Den sidste olie is a chamber opera which deals with exploitation as the driving force in the world. The story begins in 1721 - the year of Denmark’s colonization of Greenland - and unfolds the theme of eternal over-exploitation of territories and people. Østerbro Ice Skating Rink formed the framework for the world premiere of a monumental, sensuous and chilled opera experience. Based on the musical idiom of baroque opera - the predominant style in the Age of Enlightenment - Niels Rønsholdt and Louise Beck create a brand new and original work which takes us from the beginning of oil extraction to the destruction that we are clearly seeing the signs of today.
Niels Rønsholdt’s involvement with opera began two decades ago with Inside Your Mouth, Sucking the Sun (2002-04), a chamber opera based on the letters from Napoleon Bonaparte to his empress Josephine. The work, created together with media artist and interaction designer Signe Klejs, has been described as 'an ambitious endeavor to reinvent or evaluate the traditional opera drama'.
Since then, Klejs and Rønsholdt have created a number of works taking the operatic genre as a point of departure.
In contrast to the cool detachment sometimes taken to characterize the avant-garde, the music of Steingrímur Rohloff has always embraced an emotional nerve.
Rohloff has a special way of working with the power of musical extremes and the fabulous possibilities of melodies and harmonies. His music often carries deep and dark stories, and the light and the dark are often closely connected as it shows in his most recent operatic work, War Requiem (2022).
War Requiem deals with war from a universal perspective – ‘it is about all wars throughout history,’ Steingrímur Rohloff explains and adds that most people will probably interpret the work as completely current because, during the compositional process, the subject became eerily present again given Russia's invasion of Ukraine.
The work is based on texts by the playwright Bent Nørgaard and revolves around five archetypes in a time of war: The Warrior, The Child, The Veteran, The Comforter and The Mother. War Requiem is written for five vocal soloists, choir, orchestra and electronic sounds, and was premiered in 2023.
In Rohloff’s opera Babel (2014) he has created a piece of music theatre that exceeds conventional operatic conventions. Here, he enriches the tradition with interactions, video-doubles, percussion pieces that turn into rituals, imaginary languages and arias on film.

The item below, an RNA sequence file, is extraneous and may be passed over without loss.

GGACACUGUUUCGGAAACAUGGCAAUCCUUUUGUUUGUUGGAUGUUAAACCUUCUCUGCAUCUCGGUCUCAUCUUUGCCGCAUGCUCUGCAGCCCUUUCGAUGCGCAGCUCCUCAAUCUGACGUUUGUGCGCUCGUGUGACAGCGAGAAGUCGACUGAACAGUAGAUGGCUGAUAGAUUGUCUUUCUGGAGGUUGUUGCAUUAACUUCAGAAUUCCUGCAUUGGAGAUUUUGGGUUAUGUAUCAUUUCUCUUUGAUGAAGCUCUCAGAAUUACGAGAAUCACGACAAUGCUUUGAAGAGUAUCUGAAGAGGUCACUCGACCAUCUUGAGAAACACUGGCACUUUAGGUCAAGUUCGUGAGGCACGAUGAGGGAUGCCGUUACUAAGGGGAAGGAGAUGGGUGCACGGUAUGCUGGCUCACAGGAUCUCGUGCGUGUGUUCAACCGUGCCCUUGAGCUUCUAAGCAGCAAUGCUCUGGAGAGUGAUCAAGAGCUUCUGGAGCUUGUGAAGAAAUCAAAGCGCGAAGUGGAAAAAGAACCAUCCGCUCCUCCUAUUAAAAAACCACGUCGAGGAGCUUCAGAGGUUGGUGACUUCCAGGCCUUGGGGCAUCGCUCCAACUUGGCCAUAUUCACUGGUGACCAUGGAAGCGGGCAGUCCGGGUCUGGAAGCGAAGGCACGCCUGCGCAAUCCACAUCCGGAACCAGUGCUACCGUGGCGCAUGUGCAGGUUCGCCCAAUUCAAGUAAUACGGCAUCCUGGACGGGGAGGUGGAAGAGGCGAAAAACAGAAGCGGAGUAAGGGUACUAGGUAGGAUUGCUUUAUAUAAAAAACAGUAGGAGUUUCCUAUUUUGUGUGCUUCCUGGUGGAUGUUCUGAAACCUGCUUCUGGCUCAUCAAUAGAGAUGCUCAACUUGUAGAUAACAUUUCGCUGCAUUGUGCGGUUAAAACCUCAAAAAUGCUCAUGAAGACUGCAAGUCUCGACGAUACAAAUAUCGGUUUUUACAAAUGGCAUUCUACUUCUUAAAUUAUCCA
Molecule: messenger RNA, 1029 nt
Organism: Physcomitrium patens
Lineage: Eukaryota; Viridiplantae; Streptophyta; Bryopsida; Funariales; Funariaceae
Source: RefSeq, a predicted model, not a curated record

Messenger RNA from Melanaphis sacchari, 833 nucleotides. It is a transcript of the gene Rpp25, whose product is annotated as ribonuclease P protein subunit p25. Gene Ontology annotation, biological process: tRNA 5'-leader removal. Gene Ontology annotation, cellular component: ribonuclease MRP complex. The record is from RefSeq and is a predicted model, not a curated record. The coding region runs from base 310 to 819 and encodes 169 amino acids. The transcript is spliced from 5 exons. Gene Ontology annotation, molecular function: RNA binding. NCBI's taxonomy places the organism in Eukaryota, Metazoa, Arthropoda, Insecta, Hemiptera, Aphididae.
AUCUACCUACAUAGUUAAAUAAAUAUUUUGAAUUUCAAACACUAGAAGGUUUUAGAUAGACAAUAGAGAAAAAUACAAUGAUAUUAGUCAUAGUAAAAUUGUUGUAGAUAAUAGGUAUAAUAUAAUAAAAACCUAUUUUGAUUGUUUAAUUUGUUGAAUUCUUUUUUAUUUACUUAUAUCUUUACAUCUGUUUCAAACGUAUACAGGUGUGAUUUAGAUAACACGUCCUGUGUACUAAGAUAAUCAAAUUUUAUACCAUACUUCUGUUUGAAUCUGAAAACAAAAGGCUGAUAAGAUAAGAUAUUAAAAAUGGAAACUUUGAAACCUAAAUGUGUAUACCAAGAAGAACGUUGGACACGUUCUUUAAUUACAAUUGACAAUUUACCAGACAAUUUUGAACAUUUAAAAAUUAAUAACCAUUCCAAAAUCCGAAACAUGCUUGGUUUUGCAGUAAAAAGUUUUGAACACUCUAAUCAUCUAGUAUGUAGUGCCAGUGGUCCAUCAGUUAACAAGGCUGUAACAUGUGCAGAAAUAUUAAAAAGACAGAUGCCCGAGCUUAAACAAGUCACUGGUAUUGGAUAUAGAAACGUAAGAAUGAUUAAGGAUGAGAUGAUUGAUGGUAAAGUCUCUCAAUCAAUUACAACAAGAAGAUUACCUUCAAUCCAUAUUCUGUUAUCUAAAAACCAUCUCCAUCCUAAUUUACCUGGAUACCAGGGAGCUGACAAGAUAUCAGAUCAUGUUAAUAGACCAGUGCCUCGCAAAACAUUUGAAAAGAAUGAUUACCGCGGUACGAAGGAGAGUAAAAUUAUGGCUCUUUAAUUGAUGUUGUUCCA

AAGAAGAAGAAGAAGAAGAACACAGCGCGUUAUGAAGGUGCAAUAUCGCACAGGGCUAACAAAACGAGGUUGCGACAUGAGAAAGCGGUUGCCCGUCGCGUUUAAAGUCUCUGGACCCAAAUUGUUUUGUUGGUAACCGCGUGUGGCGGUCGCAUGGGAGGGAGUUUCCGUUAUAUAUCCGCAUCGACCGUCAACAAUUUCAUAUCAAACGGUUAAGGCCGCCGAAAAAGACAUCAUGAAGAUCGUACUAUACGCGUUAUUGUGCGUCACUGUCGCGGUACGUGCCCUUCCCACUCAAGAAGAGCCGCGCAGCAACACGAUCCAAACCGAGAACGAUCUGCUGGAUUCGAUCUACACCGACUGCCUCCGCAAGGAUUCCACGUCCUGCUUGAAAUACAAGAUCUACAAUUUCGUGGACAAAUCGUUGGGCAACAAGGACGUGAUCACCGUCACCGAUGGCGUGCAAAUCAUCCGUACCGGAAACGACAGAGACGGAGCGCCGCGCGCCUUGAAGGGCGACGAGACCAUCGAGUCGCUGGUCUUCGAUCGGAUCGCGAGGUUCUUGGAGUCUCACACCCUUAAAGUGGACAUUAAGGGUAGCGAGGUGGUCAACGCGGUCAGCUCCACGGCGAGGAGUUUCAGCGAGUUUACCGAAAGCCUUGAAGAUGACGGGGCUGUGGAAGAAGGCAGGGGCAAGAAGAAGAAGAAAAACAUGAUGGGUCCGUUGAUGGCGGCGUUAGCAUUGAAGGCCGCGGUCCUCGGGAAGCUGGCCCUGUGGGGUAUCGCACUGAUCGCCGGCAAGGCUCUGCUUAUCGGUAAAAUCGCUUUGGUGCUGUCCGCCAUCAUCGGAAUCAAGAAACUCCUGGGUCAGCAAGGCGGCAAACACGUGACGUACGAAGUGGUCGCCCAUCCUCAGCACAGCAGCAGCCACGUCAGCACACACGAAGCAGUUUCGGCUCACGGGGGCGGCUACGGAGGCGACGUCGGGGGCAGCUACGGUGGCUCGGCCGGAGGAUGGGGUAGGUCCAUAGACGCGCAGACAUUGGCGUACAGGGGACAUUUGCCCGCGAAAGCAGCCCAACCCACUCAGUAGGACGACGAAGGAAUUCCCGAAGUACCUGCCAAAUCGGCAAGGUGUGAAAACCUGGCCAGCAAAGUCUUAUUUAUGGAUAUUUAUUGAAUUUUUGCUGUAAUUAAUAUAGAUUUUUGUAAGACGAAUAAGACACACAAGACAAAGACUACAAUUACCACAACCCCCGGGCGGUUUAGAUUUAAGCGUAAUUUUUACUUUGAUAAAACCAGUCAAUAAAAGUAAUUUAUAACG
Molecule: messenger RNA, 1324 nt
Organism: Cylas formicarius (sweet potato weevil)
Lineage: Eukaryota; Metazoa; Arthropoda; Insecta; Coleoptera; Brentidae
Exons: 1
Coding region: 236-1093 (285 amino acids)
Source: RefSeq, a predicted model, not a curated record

The narrative centers around a figure from a story by Borges: A blind man in an infinite library with an infinite number of books containing all letters and signs, a library containing all people in all versions of themselves. The books and the pursuit of their unattainable content leaves him unable to sleep, plagued by the phantoms and images that emerge from his desires. A commentary both on and through modern multimedia.
Line Tjørnhøj often deals with themes that are unfamiliar in the contemporary music scene. She creates deeply expressive music for tense moral and social dilemmas, thereby giving a voice to tabooed people and subjects.
Line Tjørnhøj has collaborated with an array of singers, musicians, choreographers and visual artists. Her works are praised for their originality, beauty and extraordinary, expanded vocal techniques.
LUFT from 2020 deals with the themes of jealousy, loss of honour and revenge, and we follow a young woman's lonely quest to free herself from a family burdened by violence and abuse.
The strong main character, the daughter tries to change her destiny, and we follow her search for the courage to break the silence that surrounds the violence and her struggle in the hope of a better future. LUFT gives the abused child a voice and deals with a misunderstood myth that 'love conquers all'. The tragic consequences that, in the worst case, such trauma can have on people for several generations are central to the story - it is an emotional and dramaturgical turning point that forces us to face the sins of the past.
Tjørnhøj’s earliest operatic works Anorexia Sacra (2006) and Stabat Mater (2009) confront the audience with issues relating to sexual identity and religious fundamentalism. This ushered entirely new female characters on to the opera stage, creating new voices for such figures.